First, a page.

15 years’ work brings community a holiday gift: opening of new CMH development


Celebratory bows decorate the new Ocean Tower of CMH. Credit: Noelle Hayward / The Foothill Dragon Press

Noelle Hayward

In the spirit of the holiday season, Ventura will be presented with a gift: the grand opening of the “Ocean Tower” development of the Community Memorial Hospital (CMH) that launches on Sunday, Dec. 16th.

On Dec. 11th, Community Memorial Hospital (CMH) held an intimate celebration for the opening of the new additions to the hospital, all of which are part of a structure called the Ocean Tower. Physicians, architects and donors alike gathered to enjoy the benefits of the projects that have been in the works since 2003. The reception, which included speeches and songs, was able to happen thanks to CMH’s Development Office.


Physicians and staff pose for inaugural ribbon cutting. Credit: Noelle Hayward / The Foothill Dragon Press

Physicians and staff pose for inaugural ribbon cutting. Credit: Noelle Hayward / The Foothill Dragon Press

The night began with remarks from Ventura Mayor Matt LaVere, CMH Chief Executive Officer (CEO) Gary Wilde and others, which was followed by a special song production.

Wilde claimed that the night was significant as it characterized a “very important milestone for our community” as “a hospital like this lasts for about 50 or 60 years.”

“It marked about 15 years of actual work, preparing from the very initial plans and getting approval and funding and so forth, and finally being able to open the new hospital,” Wilde continued.

In these subsequent years, Adam Thunell, the Chief Operating Officer for CMH, suggested that “there will be hundreds of thousands of births here [and] surgeries here,” so the opening of this new segment is a “significant point” in time.

“There’ll definitely be individuals that either start their life or end their life here,” he said.



According to Lamar Bushnell, Chief of Medical Staff and Cardiothoracic Surgeon of CMH, said the construction of the new Ocean Tower was proposed because “the state assembly passed a law that all the hospitals had to meet new earthquake codes.”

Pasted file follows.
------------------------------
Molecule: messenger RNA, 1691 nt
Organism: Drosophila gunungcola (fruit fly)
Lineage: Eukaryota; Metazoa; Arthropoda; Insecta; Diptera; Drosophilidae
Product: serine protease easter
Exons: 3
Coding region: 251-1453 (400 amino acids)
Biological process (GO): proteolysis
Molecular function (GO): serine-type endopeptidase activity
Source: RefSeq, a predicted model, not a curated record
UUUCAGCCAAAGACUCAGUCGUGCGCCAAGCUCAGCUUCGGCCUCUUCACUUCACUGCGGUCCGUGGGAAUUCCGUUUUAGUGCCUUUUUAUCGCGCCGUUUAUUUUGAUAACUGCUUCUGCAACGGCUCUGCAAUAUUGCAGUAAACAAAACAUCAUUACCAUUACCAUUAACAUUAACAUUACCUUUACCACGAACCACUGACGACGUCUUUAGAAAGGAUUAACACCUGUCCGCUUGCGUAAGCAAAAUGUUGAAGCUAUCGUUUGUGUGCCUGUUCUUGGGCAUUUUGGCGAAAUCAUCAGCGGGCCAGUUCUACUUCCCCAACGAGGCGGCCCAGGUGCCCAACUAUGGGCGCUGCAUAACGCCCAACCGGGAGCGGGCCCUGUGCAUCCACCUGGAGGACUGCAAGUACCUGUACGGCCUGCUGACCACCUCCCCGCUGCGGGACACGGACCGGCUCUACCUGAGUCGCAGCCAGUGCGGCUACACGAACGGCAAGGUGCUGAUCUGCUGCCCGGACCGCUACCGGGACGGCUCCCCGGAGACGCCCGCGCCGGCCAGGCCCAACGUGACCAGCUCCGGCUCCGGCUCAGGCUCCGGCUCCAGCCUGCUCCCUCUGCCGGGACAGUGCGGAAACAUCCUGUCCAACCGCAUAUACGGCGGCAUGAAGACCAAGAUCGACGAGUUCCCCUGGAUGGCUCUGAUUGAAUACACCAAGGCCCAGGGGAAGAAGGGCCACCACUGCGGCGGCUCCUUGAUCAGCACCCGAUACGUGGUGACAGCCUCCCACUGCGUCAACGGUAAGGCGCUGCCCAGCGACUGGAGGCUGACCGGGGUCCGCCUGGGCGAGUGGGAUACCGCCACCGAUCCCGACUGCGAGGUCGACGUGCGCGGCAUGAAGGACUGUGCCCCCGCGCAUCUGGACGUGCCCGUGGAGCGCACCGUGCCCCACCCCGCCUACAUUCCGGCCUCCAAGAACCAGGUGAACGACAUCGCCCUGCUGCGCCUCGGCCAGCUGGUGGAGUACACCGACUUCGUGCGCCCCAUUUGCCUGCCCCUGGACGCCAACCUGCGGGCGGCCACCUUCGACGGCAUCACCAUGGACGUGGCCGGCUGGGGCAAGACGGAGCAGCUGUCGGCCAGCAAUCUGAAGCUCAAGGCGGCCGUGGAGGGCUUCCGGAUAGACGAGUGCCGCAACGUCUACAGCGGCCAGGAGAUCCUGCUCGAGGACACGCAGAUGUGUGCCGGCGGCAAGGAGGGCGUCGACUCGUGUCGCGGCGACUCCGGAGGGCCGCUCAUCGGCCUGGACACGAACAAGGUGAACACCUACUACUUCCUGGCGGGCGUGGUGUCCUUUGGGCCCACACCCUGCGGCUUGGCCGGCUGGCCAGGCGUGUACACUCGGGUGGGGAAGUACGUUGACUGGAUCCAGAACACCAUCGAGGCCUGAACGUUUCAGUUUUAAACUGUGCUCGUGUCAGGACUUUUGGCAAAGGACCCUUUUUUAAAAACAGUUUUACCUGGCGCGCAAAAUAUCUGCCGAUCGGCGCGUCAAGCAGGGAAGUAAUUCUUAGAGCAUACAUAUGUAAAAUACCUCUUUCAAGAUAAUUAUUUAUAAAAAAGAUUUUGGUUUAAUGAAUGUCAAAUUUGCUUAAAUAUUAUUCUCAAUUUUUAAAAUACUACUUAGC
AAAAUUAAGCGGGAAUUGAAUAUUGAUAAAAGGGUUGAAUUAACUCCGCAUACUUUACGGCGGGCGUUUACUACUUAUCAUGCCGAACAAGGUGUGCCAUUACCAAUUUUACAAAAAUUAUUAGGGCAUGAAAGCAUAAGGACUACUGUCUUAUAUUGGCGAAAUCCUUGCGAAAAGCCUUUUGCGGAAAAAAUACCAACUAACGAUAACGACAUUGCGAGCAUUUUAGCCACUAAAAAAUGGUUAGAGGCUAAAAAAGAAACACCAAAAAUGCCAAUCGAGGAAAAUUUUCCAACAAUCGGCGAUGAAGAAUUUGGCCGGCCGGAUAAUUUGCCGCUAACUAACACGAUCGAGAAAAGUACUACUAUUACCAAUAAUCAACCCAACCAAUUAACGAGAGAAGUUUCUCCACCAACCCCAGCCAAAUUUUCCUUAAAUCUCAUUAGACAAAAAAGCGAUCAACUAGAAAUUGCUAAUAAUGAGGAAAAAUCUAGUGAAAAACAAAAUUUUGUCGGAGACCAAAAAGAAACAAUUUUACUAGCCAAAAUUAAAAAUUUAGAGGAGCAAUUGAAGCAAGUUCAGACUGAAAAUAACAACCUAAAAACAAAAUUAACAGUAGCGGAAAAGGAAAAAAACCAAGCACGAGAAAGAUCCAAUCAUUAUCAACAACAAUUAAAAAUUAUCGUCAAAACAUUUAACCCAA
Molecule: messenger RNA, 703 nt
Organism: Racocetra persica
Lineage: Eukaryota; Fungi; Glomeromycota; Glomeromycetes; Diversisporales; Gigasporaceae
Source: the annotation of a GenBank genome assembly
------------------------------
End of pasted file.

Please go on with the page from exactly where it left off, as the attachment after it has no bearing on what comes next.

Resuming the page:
He views these newly-instated requirements as “an excuse” to build the new hospital.

Wilde believed the changes and additions provided by the new hospital would serve both the staff and general community much more efficiently.

He explained that “there are two important categories that are an improvement from what we [had]: high tech and high touch.”

Regarding the implementation of “high tech,” Wilde noted that “we have now acquired the most advanced imaging equipment in the world,” which “benefits the patients and the community, [and] it attracts physicians who know how to use that equipment.”

Gary Wilde speaks in front of crowd of about 700 who came to celebrate the new hospital's opening. Credit: Noelle Hayward / The Foothill Dragon Press

Gary Wilde speaks in front of crowd of about 700 who came to celebrate the new hospital’s opening. Credit: Noelle Hayward / The Foothill Dragon Press

Pursuant to the idea of higher terms of technology, CMH Vice President of Marketing and Development Mike Ellingson stated that before the new addition, physicians were “in a building that was built 50 years ago.”

As these physicians are practicing in a building that doesn’t “match up to their expertise,” Ellingson said that the new technology will give these physicians “a facility that matches their medical expertise.”

High touch aspects, Wilde stated, are the “amenities for both patients and visitors,” including private rooms, gardens and “art that gladdens the heart,” all of which he believes is something “patients will appreciate even more.”



Wilde added that although the new hospital greatly benefits the community, “the downside […] is there are some departments […] where physicians and staff have been used to working literally side by side, […] and now we’re going to be in departments where it’s spread out.” However, he believes that “90% of it is very positive” change.

Additionally, Ellingson said that “it’s a great economic boom for the area,” because there are “a lot of businesses that exist being attached to the hospital.”

Ellingson explained that “the old building now will be considered just our outpatient services, so all of our outpatient services and our administrative offices and our support offices will be in the old building.” The Ocean Tower will be utilized for “inpatient services.”

The evening celebrating the new hospital was concluded with three ceremonial ribbon cuttings: one for hospital contributors, another for medical staff and a third for architects and contractors.

Thunell concluded that now with this new development, instead of having to “travel elsewhere” for medical expertise, “state of the art healthcare” can be found by patients and practitioners “locally.”

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